What We’re Reading: Brexit & Indyref2

On our blog, fellows and friends of the centre reflect on ongoing Brexit debates, implications for party politics, and the prospect of Indyref2. Michael Keating addresses the question of whether Scotland and Northern Ireland can remain within the single market and within the UK union, concluding that such a system would not be acceptable either to the UK or to the European Union. Kirsty Hughes examines how such an approach might be made to work, political obstacles notwithstanding. Writing before SNP Conference, both James Mitchell and Paul Cairney assesses Nicola Sturgeon’s strategic approach to the independence referendum, with James stressing the importance of timing while Paul identifies three unresolved issues which may impact the vote.
 
At NIESR, Angus Armstrong discusses the fall of the pound and its implications for British consumers, warning of rises in the price of food and energy and the potential for inflation. On the UK Constitutional Law Association blog, Sionaidh Douglas-Scott assesses the ‘Great Repeal Bill’, identifying legal issues as well as implications for devolved entities. At the LSE British Politics and Policy, Charlotte Galpin expresses concern that Boris Johnson might harm German support for the United Kingdom, with a negative impact on trade. At Cardiff’s Thinking Wales, Jac Larner examines gender and the National Assembly for Wales. Writing at What Scotland Thinks prior to the SNP conference, John Curtice examines changes within the SNP, noting that it is both a party in pursuit of political power but also a ‘movement motivated by an idea’.  At What UK Thinks EU, John Curtice explores the key concerns for voters in the EU ref.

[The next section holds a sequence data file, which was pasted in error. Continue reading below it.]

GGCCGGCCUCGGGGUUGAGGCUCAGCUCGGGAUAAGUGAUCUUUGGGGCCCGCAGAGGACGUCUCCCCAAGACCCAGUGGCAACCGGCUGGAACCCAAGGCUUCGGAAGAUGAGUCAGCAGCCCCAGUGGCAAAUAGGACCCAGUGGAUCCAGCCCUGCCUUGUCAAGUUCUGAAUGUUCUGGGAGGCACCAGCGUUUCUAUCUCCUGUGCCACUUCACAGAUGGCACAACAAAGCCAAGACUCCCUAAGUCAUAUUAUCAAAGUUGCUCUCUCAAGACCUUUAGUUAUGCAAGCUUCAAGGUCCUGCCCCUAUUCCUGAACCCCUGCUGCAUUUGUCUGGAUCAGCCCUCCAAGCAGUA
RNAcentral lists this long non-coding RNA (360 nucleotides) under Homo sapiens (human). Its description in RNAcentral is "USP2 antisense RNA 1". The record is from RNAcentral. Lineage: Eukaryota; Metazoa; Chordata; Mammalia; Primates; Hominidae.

Elsewhere, Nicola McEwen spoke at a Scottish Fabians conference on Scotland, the Union, and Brexit, an event which was covered in The Herald. Nicola also presented at the Bilbao European Encounters 2016 conference.

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Coree Brown Swan's picture
University of Edinburgh
20th October 2016
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